Understanding Deep Vein Thrombosis and Pulmonary Embolism

By Marven Ewen, MD
Medical Director

Deep Vein Thrombophlebitis, or DVT as it is usually referred to, is a common condition. Because of this, it is something that should be considered in any patient with an extremity complaint of pain or swelling, or in a patient with chest symptoms. The most common site is the deep venous system of the lower extremities. It may present as mild or moderate pain, unilateral edema is usually present, there will usually be tenderness to palpation over the posterior midline of the calf, other signs of inflammation such as redness and heat are often absent because the deep veins are under the muscles.


When blood clots in a deep vein there is a risk that some of the clot will break off. This is known as an embolus. If this happens, many emboli will often travel within the venous system to the heart and then on to the lungs. In the lung, they will lodge in and block arterial blood flow in branches of the pulmonary artery. This will result in inflammation and death of lung tissue supplied by those vessels causing pleuritic (pain on inspiration) pain, shortness of breath, and sometimes a cough with bloody sputum.


There are 3 factors that can lead to a DVT: the state of the veins, the coagulability of the blood, and stasis of blood.


In vessels that are damaged, as in the case of trauma, a clot is more likely to develop. Note though, clotting is a normal process to prevent hemorrhage from damaged capillaries. Bruises and hematomas should not be mistaken for DVTs. A DVT is a clot formed within a deep vein whereas bruises and hematomas are the result of blood seeping into the tissues out of the vascular system and pose no risk of embolism, even though they are particularly concerning to patients and their families.


The coagulability of blood is dependent on a complex enzymatic cascade of clotting factors. There is always a balance between clotting too easily, resulting in a DVT, and too slowly that results in unnecessary bleeding. This delicate balance of reactions is dependent on both our genetic makeup as well as environmental influences such as drugs like the BCPs or nicotine which tips the balance toward clotting and chronic disease such as cancer.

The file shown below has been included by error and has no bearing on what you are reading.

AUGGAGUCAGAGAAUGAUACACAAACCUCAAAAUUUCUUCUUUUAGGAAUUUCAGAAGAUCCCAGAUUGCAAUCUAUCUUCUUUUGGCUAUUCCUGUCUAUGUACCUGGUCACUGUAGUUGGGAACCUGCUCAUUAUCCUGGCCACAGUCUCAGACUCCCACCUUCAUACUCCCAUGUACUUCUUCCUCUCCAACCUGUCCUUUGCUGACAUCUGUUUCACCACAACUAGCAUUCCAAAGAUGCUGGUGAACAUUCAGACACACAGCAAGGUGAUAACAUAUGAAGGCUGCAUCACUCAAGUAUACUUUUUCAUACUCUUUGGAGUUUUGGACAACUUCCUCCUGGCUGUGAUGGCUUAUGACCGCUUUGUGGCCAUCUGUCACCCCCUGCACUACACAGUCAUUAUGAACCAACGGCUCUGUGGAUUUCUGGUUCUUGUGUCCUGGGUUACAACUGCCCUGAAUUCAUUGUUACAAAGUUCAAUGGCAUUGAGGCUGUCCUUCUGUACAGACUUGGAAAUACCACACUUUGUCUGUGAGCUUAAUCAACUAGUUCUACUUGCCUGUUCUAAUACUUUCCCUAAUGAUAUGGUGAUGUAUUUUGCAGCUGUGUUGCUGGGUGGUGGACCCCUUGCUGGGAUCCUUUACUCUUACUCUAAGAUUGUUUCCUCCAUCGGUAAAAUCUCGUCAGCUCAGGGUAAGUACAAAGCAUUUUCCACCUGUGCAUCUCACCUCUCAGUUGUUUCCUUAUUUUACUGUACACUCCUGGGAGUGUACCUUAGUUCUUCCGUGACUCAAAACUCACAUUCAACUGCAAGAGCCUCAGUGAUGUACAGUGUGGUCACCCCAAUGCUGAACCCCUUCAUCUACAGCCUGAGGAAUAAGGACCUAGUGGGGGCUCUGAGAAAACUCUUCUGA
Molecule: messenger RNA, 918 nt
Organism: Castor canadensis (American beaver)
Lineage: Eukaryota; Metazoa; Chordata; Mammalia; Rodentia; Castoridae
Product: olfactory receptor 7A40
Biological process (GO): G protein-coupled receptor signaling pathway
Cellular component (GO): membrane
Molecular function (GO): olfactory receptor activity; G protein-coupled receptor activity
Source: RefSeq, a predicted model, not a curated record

The third and final consideration is stasis: blood that is not moving is more likely to clot. The flow of blood in the venous system of our legs is dependent on muscular activity. When you walk, your calves are actually helping to pump venous blood back to the heart.


Knowing the 3 factors that can lead to the formation of a clot, you can look for clues in the history that will raise your suspicion: was there an injury to an extremity? Is there a family history or past history of DVT? Does the patient smoke? Does the patient take hormones such as BCPs? Has there been a long period of confinement such as an illness that kept the patient in bed or has the patient been on a long trip recently?


By the time you are called for a patient with a DVT, they often have symptoms of a pulmonary embolism (PE) already. Usually chest pain or shortness of breath is the reason for the call. Always be sure to ask about leg symptoms in any patient with chest symptoms. Patients may not think it important to mention. And remember to give oxygen early as you start your assessment.

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